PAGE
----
### notebook IV+frontdoor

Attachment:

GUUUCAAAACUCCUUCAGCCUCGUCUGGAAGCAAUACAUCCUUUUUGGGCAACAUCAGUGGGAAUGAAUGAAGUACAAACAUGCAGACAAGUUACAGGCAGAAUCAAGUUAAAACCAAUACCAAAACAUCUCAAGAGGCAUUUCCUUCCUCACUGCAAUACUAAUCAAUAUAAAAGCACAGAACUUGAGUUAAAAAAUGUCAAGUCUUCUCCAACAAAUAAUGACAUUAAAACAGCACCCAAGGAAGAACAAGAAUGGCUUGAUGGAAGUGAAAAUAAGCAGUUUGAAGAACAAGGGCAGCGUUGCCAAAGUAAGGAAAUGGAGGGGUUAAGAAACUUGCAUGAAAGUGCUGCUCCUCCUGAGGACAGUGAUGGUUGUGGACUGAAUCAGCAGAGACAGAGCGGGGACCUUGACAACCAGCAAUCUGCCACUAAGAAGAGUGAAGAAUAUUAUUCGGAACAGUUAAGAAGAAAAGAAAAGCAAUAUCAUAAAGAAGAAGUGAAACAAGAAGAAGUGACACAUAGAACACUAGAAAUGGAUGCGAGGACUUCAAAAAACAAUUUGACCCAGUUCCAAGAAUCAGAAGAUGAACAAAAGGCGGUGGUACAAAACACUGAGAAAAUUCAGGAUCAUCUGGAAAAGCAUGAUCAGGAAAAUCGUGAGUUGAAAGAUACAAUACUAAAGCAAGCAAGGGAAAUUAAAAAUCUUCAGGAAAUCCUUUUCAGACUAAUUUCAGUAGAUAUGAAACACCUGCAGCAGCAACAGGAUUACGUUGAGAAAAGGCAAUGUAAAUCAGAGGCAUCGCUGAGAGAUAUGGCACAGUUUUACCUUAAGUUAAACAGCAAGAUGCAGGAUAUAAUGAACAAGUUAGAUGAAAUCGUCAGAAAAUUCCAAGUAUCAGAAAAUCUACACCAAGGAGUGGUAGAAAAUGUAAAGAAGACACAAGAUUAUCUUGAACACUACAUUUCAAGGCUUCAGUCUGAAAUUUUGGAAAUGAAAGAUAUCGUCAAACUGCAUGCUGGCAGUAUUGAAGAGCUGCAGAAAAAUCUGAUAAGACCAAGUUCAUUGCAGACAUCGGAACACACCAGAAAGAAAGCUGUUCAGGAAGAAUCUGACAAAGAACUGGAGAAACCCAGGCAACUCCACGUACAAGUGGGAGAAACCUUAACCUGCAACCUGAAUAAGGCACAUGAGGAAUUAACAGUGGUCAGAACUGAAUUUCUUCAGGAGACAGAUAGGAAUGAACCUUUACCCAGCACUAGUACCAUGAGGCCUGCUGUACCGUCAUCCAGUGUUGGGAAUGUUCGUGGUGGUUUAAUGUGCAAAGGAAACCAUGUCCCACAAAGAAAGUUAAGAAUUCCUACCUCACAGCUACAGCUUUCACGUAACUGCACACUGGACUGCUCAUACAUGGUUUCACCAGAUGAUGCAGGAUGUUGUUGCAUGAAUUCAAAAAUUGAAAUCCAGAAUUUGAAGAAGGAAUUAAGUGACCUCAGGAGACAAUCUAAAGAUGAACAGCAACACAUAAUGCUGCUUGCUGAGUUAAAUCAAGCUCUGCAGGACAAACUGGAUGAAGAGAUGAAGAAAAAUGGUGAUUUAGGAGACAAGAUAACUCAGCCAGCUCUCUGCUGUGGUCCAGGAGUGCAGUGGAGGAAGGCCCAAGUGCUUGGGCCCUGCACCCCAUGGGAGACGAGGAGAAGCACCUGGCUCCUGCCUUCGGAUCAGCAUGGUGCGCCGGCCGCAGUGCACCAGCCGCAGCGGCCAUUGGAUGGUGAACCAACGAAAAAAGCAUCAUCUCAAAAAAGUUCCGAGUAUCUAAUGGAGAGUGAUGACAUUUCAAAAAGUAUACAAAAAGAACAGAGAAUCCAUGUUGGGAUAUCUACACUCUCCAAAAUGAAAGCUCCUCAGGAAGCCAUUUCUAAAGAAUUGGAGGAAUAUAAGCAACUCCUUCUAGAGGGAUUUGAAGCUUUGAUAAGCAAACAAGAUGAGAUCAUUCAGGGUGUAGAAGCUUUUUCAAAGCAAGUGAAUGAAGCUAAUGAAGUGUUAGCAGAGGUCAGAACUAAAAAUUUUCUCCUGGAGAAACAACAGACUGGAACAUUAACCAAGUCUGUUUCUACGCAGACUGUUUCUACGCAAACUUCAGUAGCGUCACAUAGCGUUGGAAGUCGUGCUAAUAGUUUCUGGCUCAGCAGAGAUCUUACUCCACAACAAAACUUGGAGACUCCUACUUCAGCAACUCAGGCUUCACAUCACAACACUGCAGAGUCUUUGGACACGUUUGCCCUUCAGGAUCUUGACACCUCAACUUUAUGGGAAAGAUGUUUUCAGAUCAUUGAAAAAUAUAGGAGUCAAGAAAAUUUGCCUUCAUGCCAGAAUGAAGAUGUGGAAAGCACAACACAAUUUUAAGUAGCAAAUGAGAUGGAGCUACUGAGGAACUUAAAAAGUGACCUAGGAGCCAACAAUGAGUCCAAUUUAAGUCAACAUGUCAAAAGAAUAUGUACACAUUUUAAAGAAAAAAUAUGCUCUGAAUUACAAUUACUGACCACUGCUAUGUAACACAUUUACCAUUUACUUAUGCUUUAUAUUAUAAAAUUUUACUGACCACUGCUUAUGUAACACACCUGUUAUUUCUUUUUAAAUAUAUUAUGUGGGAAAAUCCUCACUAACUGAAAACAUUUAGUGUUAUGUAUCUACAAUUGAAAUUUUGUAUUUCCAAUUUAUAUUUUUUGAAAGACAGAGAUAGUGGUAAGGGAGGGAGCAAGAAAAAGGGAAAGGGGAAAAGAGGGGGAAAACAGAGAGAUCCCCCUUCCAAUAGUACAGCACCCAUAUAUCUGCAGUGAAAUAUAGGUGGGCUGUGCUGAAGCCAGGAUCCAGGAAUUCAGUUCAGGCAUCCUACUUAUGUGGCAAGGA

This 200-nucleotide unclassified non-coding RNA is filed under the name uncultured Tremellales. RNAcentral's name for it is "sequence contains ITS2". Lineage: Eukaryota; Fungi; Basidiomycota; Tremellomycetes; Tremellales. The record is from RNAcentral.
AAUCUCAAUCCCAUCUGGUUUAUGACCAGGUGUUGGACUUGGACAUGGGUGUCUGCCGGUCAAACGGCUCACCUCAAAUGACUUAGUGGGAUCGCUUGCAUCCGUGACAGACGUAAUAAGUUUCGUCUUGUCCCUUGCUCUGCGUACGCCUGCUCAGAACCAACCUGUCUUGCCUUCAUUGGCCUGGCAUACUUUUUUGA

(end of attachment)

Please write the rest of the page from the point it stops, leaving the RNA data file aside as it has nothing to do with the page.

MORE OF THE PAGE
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 %% Cell type:markdown id: tags: # Instrumental Variables and Frontdoor Criterion by Jonas Peters, Niklas Pfister, 04.04.2019 This notebook aims to give you a basic understanding of the instrumental variable approach and the frontdoor criterion and when they can be used to infer causal relations. %% Cell type:markdown id: tags: ## Instrumental Variable Model In the following, let all variables have * zero mean, * finite second moments, and * their joint distribution is absolutely continuous with respect to Lebesgue. The goal of the instrumental variable approach is to estimate the causal effect of a predictor variable $X$ on a target variable $Y$ if the effect from $X$ to $Y$ is confounded. The idea is to account for this confounding by considering an additional variable $I$ called an instrument. Although there exist numerous extensions, here, we focus on the classical case. We provide two definitions. %% Cell type:markdown id: tags: First, assume the following SEM \begin{align} I &:= N_I\\ H &:= N_H\\ X &:= I \gamma + H \delta_X + N_X\\ Y &:= X \beta + H \delta_Y + N_Y.\\ \end{align} (All variables except $Y$ could be multi-dimensional, in which case, they should be written as row vectors: $1 \times d$.) If all variables are $1$-dimensional, the corresponding DAG looks as follows. \begin{align} &\phantom{0}\\ &\begin{array}{ccc} & & &H & \\ & &\phantom{abcdefgh}\overset{\delta_X}{\swarrow} & & \overset{\delta_Y}{\searrow}\phantom{abcdefgh}\\ & & & & \\ I &\overset{\gamma}{\longrightarrow} &X & \overset{\beta}{\longrightarrow} & Y\\ \end{array}\\ &\phantom{0} \end{align} Here, $I$ is called an instrumental variable for the causal effect from $X$ to $Y$. It is essential that $I$ affects $Y$ only via $X$ (and not directly), and that $I$ and $H$ are independent. %% Cell type:markdown id: tags: Second, it is possible to define instrumental variables without SEMs, too. Let us therefore write \begin{equation} Y = X \beta + \epsilon_Y \end{equation} (this can always be done). Here, $\epsilon_Y$ is allowed to depend on $X$ (if there is a confounder $H$ between $X$ and $Y$, this is usually the case). In this linear setting, we then call a variable $I$ an instrumental variable if it satisfies the following two conditions: 1. $\operatorname{cov}(X,I)$ is of full rank (relevance) 2. $\operatorname{cov}(\epsilon_Y,I)=0$ (exogenity). Informally speaking, these conditions again mean that $I$ affects $Y$ ''only through its effect on $X$''. %% Cell type:markdown id: tags: ## Estimation We now want to illustrate how the existence of an instrumental variable $I$ can be used to estimate the causal effect $\beta$ in the model above. Let us therefore assume that we have received data in matrix form * $\mathbf{Y}$ - the target variable $n \times 1$ * $\mathbf{X}$ - the covariates $n \times d$ * $\mathbf{I}$ - the instruments $n \times m$ where $n > \max(m, d)$. %% Cell type:markdown id: tags: We now assume that $I$ is a valid instrument (we come back to this question in Exercise 2 below). To estimate the causal effect of $X$ on $Y$, there are several options of writing down the same estimator. OPTION 1: The following estimator is sometimes called the generalized methods of moments (GMM) $$\hat{\beta}^{GMM}_n := (\mathbf{X}^t \mathbf{I} (\mathbf{I}^t \mathbf{I})^{-1} \mathbf{I}^t \mathbf{X})^{-1} \, \mathbf{X}^t \mathbf{I} (\mathbf{I}^t \mathbf{I})^{-1} \mathbf{I}^t \mathbf{Y}$$ OPTION 2: we can use a so-called 2-stage least squares (2SLS) procedure. Step 1: Regress $X$ on $I$ and compute the corresponding fitted values $\hat{X}$. Step 2: Regress $Y$ on $\hat{X}$. Use the regression coefficients from step 2. The following four exercises go over some of the details of the 2SLS and apply it to a real data set. %% Cell type:markdown id: tags: ### Exercise 1 Assume that the data are i.i.d. from the following two structural assignments \begin{align*} Y &:= X \cdot \beta + \epsilon_Y \\ X &:= I \cdot \gamma + \epsilon_X, \end{align*} where $X$ and $I$ are written as $1 \times d$ and $1 \times m$ vectors, respectively. Here, $\epsilon_X$ and $\epsilon_Y$ are not necessarily independent, but the instrument $I$ is assumed to satisfy the assumptions 1. and 2. above. a) Write down conditions on $d$ and $m$ that guarantee that $\hat{\beta}^{GMM}_n$ is well-defined (with probability one). b) Prove that under these conditions, the GMM method is consistent, i.e., $\hat{\beta}^{GMM}_n \rightarrow \beta$ in probability. c) Assume $d = m$. Prove that the methods 2SLS and GMM provide the same estimate. %% Cell type:markdown id: tags: ### Solution 1 %% Cell type:code id: tags:  R  %% Cell type:markdown id: tags: ### End of Solution 1 %% Cell type:markdown id: tags: For illustration, we use the CollegeDistance data set from  available in the R package AER. %% Cell type:code id: tags:  R library(AER) # load CollegeDistance data set data("CollegeDistance") # read out relevant variables Y <- CollegeDistance$score X <- CollegeDistance$education I <- CollegeDistance$distance  %% Cell type:markdown id: tags: This data set consists of$4739$observations on$14$variables from high school student survey conducted by the Department of Education in$1980$, with a follow-up in$1986$. In this notebook, we only consider the following variables: *$Y$- base year composite test score. These are achievement tests given to high school seniors in the sample. *$X$- number of years of education. *$I$- distance from closest 4-year college (units are in 10 miles). %% Cell type:markdown id: tags: ### Exercise 2 Argue whether the variable$I$can be used as an instrumental variable to infer the causal effect of$X$on$Y$. Are there arguments, why it might not be a valid instrument? Hint: You can perform a regression in order to test if there is significant correlation. %% Cell type:markdown id: tags: ### Solution 2 %% Cell type:code id: tags:  R  %% Cell type:markdown id: tags: ### End of Solution 2 %% Cell type:markdown id: tags: ### Exercise 3 Use 2SLS to estimate the causal effect of$X$on$Y$based on the instrument$I$. Compare your results with a standard OLS regression of$Y$on$X$(that includes an intercept). What happens to the correlation between$X$and the residuals in both methods? Which attempt yields smaller variance of residuals? %% Cell type:markdown id: tags: ### Solution 3 %% Cell type:code id: tags:  R  %% Cell type:markdown id: tags: ### End of Solution 3 %% Cell type:markdown id: tags: A slightly different approach to 2SLS is to use the formula OPTION 3: \begin{equation} \tag{1} \hat{\beta}_n = (\mathbf{I}^t \mathbf{X})^{-1} \mathbf{I}^t \mathbf{Y}. \end{equation} This formula can be shown to be the same as OPTIONS 1 and 2 if$d = m$(try proving it). %% Cell type:markdown id: tags: ### Exercise 4 Apply the above estimator (1) to CollegeDistance data and compare your result with the one from Exercise 3. (If you have included intercepts in the 2SLS, you need to replace the product moments by sample covariances.) %% Cell type:markdown id: tags: ### Solution 4 %% Cell type:code id: tags:  R  %% Cell type:markdown id: tags: ### End of Solution 4 %% Cell type:markdown id: tags: ## Frontdoor Criterion Similar to the instrumental variable approach this method aims to estimate the causal effect of a predictor variable$X$on a target variable$Y$if the effect from$X$to$Y$is confounded. Instead of an instrumental variable, the frontdoor criterion resolves the true causal effect based on a variable$Z$that lies causally between$X$and$Y, also called a mediator. The frontdoor criterion is due to  and is commonly stated in terms of a DAG model. %% Cell type:markdown id: tags: More precisely, assume we are given a the following DAG \begin{align} &\phantom{0}\\ &\begin{array}{ccc} & &H & & \\ &\swarrow & & \searrow & \\ & & & & \\ X &\longrightarrow &Z & \longrightarrow & Y\\ \end{array}\\ &\phantom{0} \end{align} Here,Z$is a mediator for the causal effect from$X$to$Y$. It is essential that confounding$H$does not directly affect$Z$. More formally, the frontdoor criterion requires that 1.$Z$blocks all directed paths from$X$to$Y$2. There are no unblocked backdoor paths from$X$to$Z$3.$X$blocks all backdoor paths from$M$to$Y$If$Z$satisfies the frontdoor criterion, the interventional density$p^{do(X:=x)} (y)$can be computed based on observed quantities as follows \begin{equation*} p^{do(X:=x)} (y)=\int_{z} p(z|x) \int_{\tilde{x}}p(y|\tilde{x}, z) p(\tilde{x}) \, d\tilde{x}\, dz \end{equation*} This formula is also referred to as the *frontdoor adjustment* formula. The following exercise aims to give some intution on the frontdoor criterion. %% Cell type:markdown id: tags: ### Exercise 5 We are interested in determining whether dietary cholesterol has a postive causal effect on the risk of atherosclerosis (narrowing of the artery due to the build up of plaque). One might argue that there is a genetic factor which affects a person's risk of atherosclerosis while at the same time increasing that persons appetite for fatty food. In order to account for this, we plan to use a person's body fat content as a mediating variable. Assume we are given data from a large observational study consisting of the following measurements: * Does the person consume large amounts of dietary cholesterol? (yes:$x=1$, no:$x=0$) * Did the person get atherosclerosis? (yes:$y=1$, no:$y=0$) * Does the person have a high body fat content? (yes:$z=1$, no:$z=0$) The data is summarized in the following table $$\begin{array}{r|c|c} & p(x=\cdot, z=\cdot) & p(y=1|x=\cdot, z=\cdot)\\\hline x=0, z=0 & 0.16 & 0.05\\\hline x=0, z=1 & 0.04 & 0.1\\\hline x=1, z=0 & 0.45 & 0.4\\\hline x=1, z=1 & 0.35 & 0.6\\ \end{array}$$ a) Is the body fat content$Z$a suitable mediating variable that satisfies the frontdoor criterion? Give reasons for and against. b) Apply the frontdoor criterion to compute$p^{do(X:=1)} (y=1)$and$p^{do(X:=0)} (y=1)\$. %% Cell type:markdown id: tags: ### Solution 5 %% Cell type:code id: tags:  R  %% Cell type:markdown id: tags: ### End of Solution 5 %% Cell type:markdown id: tags: ## References  Kleiber, C., A. Zeileis (2008). Applied Econometrics with R. Springer-Verlag New York.  Pearl, J. (1995). Causal diagrams for empirical research. Biometrika, 82(4):669–710. %% Cell type:code id: tags:  R